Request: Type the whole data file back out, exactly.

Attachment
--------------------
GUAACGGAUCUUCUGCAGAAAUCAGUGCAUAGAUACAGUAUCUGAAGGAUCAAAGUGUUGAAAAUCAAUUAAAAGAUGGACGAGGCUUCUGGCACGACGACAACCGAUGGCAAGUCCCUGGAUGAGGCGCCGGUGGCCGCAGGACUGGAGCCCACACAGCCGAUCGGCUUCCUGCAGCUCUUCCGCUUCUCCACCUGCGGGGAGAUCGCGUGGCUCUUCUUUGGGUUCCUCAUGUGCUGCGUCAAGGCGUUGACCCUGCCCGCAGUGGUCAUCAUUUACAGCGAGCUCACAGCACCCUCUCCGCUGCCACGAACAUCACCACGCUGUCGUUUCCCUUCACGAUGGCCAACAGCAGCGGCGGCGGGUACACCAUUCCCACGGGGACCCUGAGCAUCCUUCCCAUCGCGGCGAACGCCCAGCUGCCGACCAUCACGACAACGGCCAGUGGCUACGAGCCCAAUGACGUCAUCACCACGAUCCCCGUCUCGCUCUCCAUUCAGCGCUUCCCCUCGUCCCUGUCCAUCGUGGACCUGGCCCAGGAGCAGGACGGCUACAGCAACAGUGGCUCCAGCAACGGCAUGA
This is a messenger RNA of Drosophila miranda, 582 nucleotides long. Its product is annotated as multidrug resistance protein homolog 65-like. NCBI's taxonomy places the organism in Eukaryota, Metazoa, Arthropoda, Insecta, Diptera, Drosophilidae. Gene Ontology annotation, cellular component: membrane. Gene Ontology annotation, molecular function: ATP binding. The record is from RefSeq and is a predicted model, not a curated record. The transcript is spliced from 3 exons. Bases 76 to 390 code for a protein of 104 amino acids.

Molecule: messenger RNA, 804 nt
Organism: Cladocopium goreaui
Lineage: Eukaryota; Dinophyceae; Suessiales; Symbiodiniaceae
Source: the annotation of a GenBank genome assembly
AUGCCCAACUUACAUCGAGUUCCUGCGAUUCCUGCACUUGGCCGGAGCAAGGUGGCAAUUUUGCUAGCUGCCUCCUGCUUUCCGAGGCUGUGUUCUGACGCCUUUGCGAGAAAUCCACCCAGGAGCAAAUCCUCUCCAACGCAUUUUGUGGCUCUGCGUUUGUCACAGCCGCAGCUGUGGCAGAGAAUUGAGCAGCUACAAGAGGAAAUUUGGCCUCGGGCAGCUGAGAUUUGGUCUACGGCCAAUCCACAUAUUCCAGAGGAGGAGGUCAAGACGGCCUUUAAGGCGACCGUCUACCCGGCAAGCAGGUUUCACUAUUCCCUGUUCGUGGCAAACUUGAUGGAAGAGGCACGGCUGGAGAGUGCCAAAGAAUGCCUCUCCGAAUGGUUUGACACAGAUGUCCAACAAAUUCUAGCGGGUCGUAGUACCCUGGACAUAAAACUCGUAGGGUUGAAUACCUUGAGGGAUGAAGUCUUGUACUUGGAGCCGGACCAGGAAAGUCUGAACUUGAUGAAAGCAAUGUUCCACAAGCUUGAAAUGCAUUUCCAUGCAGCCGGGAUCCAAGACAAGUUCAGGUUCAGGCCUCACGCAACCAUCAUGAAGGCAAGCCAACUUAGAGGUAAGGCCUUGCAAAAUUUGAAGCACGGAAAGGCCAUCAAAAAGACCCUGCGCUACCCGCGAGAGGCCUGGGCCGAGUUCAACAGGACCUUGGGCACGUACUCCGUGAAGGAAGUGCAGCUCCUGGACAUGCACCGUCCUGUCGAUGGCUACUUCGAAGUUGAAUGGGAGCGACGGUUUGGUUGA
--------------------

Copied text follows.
GUAACGGAUCUUCUGCAGAAAUCAGUGCAUAGAUACAGUAUCUGAAGGAUCAAAGUGUUGAAAAUCAAUUAAAAGAUGGACGAGGCUUCUGGCACGACGACAACCGAUGGCAAGUCCCUGGAUGAGGCGCCGGUGGCCGCAGGACUGGAGCCCACACAGCCGAUCGGCUUCCUGCAGCUCUUCCGCUUCUCCACCUGCGGGGAGAUCGCGUGGCUCUUCUUUGGGUUCCUCAUGUGCUGCGUCAAGGCGUUGACCCUGCCCGCAGUGGUCAUCAUUUACAGCGAGCUCACAGCACCCUCUCCGCUGCCACGAACAUCACCACGCUGUCGUUUCCCUUCACGAUGGCCAACAGCAGCGGCGGCGGGUACACCAUUCCCACGGGGACCCUGAGCAUCCUUCCCAUCGCGGCGAACGCCCAGCUGCCGACCAUCACGACAACGGCCAGUGGCUACGAGCCCAAUGACGUCAUCACCACGAUCCCCGUCUCGCUCUCCAUUCAGCGCUUCCCCUCGUCCCUGUCCAUCGUGGACCUGGCCCAGGAGCAGGACGGCUACAGCAACAGUGGCUCCAGCAACGGCAUGA
This is a messenger RNA of Drosophila miranda, 582 nucleotides long. Its product is annotated as multidrug resistance protein homolog 65-like. NCBI's taxonomy places the organism in Eukaryota, Metazoa, Arthropoda, Insecta, Diptera, Drosophilidae. Gene Ontology annotation, cellular component: membrane. Gene Ontology annotation, molecular function: ATP binding. The record is from RefSeq and is a predicted model, not a curated record. The transcript is spliced from 3 exons. Bases 76 to 390 code for a protein of 104 amino acids.

Molecule: messenger RNA, 804 nt
Organism: Cladocopium goreaui
Lineage: Eukaryota; Dinophyceae; Suessiales; Symbiodiniaceae
Source: the annotation of a GenBank genome assembly
AUGCCCAACUUACAUCGAGUUCCUGCGAUUCCUGCACUUGGCCGGAGCAAGGUGGCAAUUUUGCUAGCUGCCUCCUGCUUUCCGAGGCUGUGUUCUGACGCCUUUGCGAGAAAUCCACCCAGGAGCAAAUCCUCUCCAACGCAUUUUGUGGCUCUGCGUUUGUCACAGCCGCAGCUGUGGCAGAGAAUUGAGCAGCUACAAGAGGAAAUUUGGCCUCGGGCAGCUGAGAUUUGGUCUACGGCCAAUCCACAUAUUCCAGAGGAGGAGGUCAAGACGGCCUUUAAGGCGACCGUCUACCCGGCAAGCAGGUUUCACUAUUCCCUGUUCGUGGCAAACUUGAUGGAAGAGGCACGGCUGGAGAGUGCCAAAGAAUGCCUCUCCGAAUGGUUUGACACAGAUGUCCAACAAAUUCUAGCGGGUCGUAGUACCCUGGACAUAAAACUCGUAGGGUUGAAUACCUUGAGGGAUGAAGUCUUGUACUUGGAGCCGGACCAGGAAAGUCUGAACUUGAUGAAAGCAAUGUUCCACAAGCUUGAAAUGCAUUUCCAUGCAGCCGGGAUCCAAGACAAGUUCAGGUUCAGGCCUCACGCAACCAUCAUGAAGGCAAGCCAACUUAGAGGUAAGGCCUUGCAAAAUUUGAAGCACGGAAAGGCCAUCAAAAAGACCCUGCGCUACCCGCGAGAGGCCUGGGCCGAGUUCAACAGGACCUUGGGCACGUACUCCGUGAAGGAAGUGCAGCUCCUGGACAUGCACCGUCCUGUCGAUGGCUACUUCGAAGUUGAAUGGGAGCGACGGUUUGGUUGA